The Conservation Stewardship Program (CSP) helps you build on your existing conservation efforts while strengthening your operation.
NRCS can help you develop a plan tailored to your operation and your goals to help you increase productivity and protect the value of your land. Participants earn CSP payments for conservation performance—the higher the performance, the higher the payment.
CSP in Montana
Eligible Conservation Practices
Not all conservation practices are used for the Conservation Stewardship Program (CSP) in Montana. See Eligible Conservation Practices for CSP in Montana.
CSP Enhancements and Bundles available in Montana. Enhancements allow a producer to address additional levels of conservation beyond what the minimum conservation practice standard requires. CSP applicants who want to increase their conservation stewardship even further may consider “bundles” of enhancement activities.
Resource Conserving Crop Rotations (RCCRs)
An RCCR for Montana means a crop that is one of the following:
- A perennial grass;
- A legume grown for use as a cover crop, forage, seed for planting, or green manure;
- A legume-grass or diverse grass-forb mixture comprised of species selected for climate, rainfall, soil, and other region-specific conditions; or
- A small grain or other resource-demanding crop grown in combination with a grass, legume, other forbs, or grass-forb mixture, whether inter-seeded, relay-planted into the resource-demanding crop, or planted in rotation.
An improved resource conserving crop rotation further boosts an existing resource conserving crop rotation by either including an additional growing year for a state-determined perennial resource conserving crop, substituting a state-determined perennial resource conserving crop for a row crop, or changing a perennial legume to a state-determined perennial grass or grass/legume resource conserving crop.
Advanced Grazing Management (AGM)
Advanced grazing management uses a combination of grazing conservation activities that can include management-intensive rotational grazing for improved soil health and carbon sequestration, drought resilience, wildlife and pollinator habitat and wildfire mitigation. AGA activities can also include the control of invasive plants and water quality improvement.
Advanced Grazing Management (AGM May 2022) (PDF; 440.9 KB)
When to Apply
Program applications are accepted on a continual basis. However, NRCS establishes application ranking dates for evaluation, ranking and approval of eligible applications. Applications received after the ranking date will be automatically deferred to the next funding period. See Montana Programs and Application Dates.
CSP Montana Screening and Workload Prioritization. NRCS in Montana uses these guidelines to prioritize assessment of CSP applications.
CSP Montana Ranking Questions. NRCS in Montana uses these questions to evaluate eligible applications for CSP and to prioritize applications for potential funding.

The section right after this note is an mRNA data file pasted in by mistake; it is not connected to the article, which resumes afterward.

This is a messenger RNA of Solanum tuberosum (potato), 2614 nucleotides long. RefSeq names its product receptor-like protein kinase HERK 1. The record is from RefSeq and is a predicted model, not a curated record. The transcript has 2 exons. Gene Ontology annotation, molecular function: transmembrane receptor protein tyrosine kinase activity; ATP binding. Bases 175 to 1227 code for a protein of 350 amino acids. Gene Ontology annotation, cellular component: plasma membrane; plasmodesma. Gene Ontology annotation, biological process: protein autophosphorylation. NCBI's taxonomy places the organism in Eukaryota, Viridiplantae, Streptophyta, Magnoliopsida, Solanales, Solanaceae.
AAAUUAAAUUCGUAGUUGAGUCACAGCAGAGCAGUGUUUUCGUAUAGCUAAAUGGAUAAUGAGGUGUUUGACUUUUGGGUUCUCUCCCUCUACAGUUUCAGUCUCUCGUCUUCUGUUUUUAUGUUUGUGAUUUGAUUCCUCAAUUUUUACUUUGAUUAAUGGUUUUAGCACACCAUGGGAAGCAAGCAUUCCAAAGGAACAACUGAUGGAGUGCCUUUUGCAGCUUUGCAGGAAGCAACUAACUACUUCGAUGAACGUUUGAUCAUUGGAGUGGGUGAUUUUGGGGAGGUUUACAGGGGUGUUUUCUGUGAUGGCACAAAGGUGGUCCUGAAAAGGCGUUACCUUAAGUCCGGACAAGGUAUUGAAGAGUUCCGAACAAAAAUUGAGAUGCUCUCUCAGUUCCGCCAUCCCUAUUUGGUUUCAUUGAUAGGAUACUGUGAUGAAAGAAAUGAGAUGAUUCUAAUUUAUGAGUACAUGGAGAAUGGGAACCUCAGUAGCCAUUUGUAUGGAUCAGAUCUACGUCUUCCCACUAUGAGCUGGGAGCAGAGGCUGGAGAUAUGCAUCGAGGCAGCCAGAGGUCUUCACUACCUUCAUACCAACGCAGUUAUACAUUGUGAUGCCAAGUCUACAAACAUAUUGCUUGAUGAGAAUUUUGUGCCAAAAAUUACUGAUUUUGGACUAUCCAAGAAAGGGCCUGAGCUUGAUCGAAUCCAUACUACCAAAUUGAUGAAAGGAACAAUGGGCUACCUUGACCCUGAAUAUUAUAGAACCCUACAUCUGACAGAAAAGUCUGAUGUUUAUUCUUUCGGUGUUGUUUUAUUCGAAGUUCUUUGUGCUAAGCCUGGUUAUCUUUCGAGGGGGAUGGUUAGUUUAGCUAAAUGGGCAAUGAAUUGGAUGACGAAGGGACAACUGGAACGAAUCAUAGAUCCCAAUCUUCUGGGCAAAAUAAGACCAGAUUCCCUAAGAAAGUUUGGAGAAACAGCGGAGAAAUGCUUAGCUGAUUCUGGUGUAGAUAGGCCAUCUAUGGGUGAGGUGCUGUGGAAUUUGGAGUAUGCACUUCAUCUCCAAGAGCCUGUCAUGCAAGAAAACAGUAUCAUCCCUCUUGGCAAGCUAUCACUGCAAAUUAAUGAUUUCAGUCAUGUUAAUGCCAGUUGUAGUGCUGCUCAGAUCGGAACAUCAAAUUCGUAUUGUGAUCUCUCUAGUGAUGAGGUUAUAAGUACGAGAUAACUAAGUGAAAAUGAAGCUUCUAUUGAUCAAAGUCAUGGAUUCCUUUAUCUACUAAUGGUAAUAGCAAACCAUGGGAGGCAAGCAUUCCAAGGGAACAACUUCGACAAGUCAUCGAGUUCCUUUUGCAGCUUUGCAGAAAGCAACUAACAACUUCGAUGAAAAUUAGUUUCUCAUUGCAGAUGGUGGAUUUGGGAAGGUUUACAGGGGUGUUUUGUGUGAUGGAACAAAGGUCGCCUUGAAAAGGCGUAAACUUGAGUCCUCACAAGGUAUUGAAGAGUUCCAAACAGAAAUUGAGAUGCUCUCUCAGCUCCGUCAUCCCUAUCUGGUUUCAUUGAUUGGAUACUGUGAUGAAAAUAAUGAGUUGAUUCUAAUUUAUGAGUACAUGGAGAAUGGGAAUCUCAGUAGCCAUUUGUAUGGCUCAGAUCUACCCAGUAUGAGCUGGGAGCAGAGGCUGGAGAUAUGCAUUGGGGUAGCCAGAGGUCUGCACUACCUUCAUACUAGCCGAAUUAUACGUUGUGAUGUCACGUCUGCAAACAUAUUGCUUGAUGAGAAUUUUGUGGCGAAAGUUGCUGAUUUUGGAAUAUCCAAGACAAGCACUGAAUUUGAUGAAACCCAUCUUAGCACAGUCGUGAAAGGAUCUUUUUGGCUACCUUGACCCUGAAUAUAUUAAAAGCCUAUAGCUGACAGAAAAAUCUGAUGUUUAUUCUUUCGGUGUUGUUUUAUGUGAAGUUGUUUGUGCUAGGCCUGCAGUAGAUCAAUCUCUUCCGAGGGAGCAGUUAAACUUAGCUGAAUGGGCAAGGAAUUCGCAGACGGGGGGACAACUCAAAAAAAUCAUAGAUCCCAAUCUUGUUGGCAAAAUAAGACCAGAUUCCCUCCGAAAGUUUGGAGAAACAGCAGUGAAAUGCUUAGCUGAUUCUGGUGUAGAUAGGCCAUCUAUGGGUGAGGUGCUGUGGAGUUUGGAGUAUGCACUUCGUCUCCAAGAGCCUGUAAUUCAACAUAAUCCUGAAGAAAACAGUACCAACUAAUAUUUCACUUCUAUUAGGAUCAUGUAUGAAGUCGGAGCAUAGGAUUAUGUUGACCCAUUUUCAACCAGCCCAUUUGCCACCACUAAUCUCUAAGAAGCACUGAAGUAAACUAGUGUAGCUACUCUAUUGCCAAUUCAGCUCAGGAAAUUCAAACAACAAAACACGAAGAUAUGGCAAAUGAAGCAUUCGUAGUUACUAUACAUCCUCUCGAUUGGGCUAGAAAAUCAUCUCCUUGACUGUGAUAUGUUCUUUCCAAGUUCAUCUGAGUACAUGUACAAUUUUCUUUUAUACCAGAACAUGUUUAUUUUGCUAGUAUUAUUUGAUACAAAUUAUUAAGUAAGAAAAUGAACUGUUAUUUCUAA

Ready to get started?
Contact your local service center to start your application.
How to Get Assistance
Do you farm or ranch and want to make improvements to the land that you own or lease?
Natural Resources Conservation Service offers technical and financial assistance to help farmers, ranchers and forest landowners.
To get started with NRCS, we recommend you stop by your local NRCS field office. We’ll discuss your vision for your land.
NRCS provides landowners with free technical assistance, or advice, for their land. Common technical assistance includes: resource assessment, practice design and resource monitoring. Your conservation planner will help you determine if financial assistance is right for you.
We’ll walk you through the application process. To get started on applying for financial assistance, we’ll work with you:
- To fill out an AD 1026, which ensures a conservation plan is in place before lands with highly erodible soils are farmed. It also ensures that identified wetland areas are protected.
- To meet other eligibility certifications.
Once complete, we’ll work with you on the application, or CPA 1200.
Applications for most programs are accepted on a continuous basis, but they’re considered for funding in different ranking periods. Be sure to ask your local NRCS district conservationist about the deadline for the ranking period to ensure you turn in your application in time.
As part of the application process, we’ll check to see if you are eligible. To do this, you’ll need to bring:
- An official tax ID (Social Security number or an employer ID)
- A property deed or lease agreement to show you have control of the property; and
- A farm tract number.
If you don’t have a farm tract number, you can get one from USDA’s Farm Service Agency. Typically, the local FSA office is located in the same building as the local NRCS office. You only need a farm tract number if you’re interested in financial assistance.
NRCS will take a look at the applications and rank them according to local resource concerns, the amount of conservation benefits the work will provide and the needs of applicants.
If you’re selected, you can choose whether to sign the contract for the work to be done.
Once you sign the contract, you’ll be provided standards and specifications for completing the practice or practices, and then you will have a specified amount of time to implement. Once the work is implemented and inspected, you’ll be paid the rate of compensation for the work if it meets NRCS standards and specifications.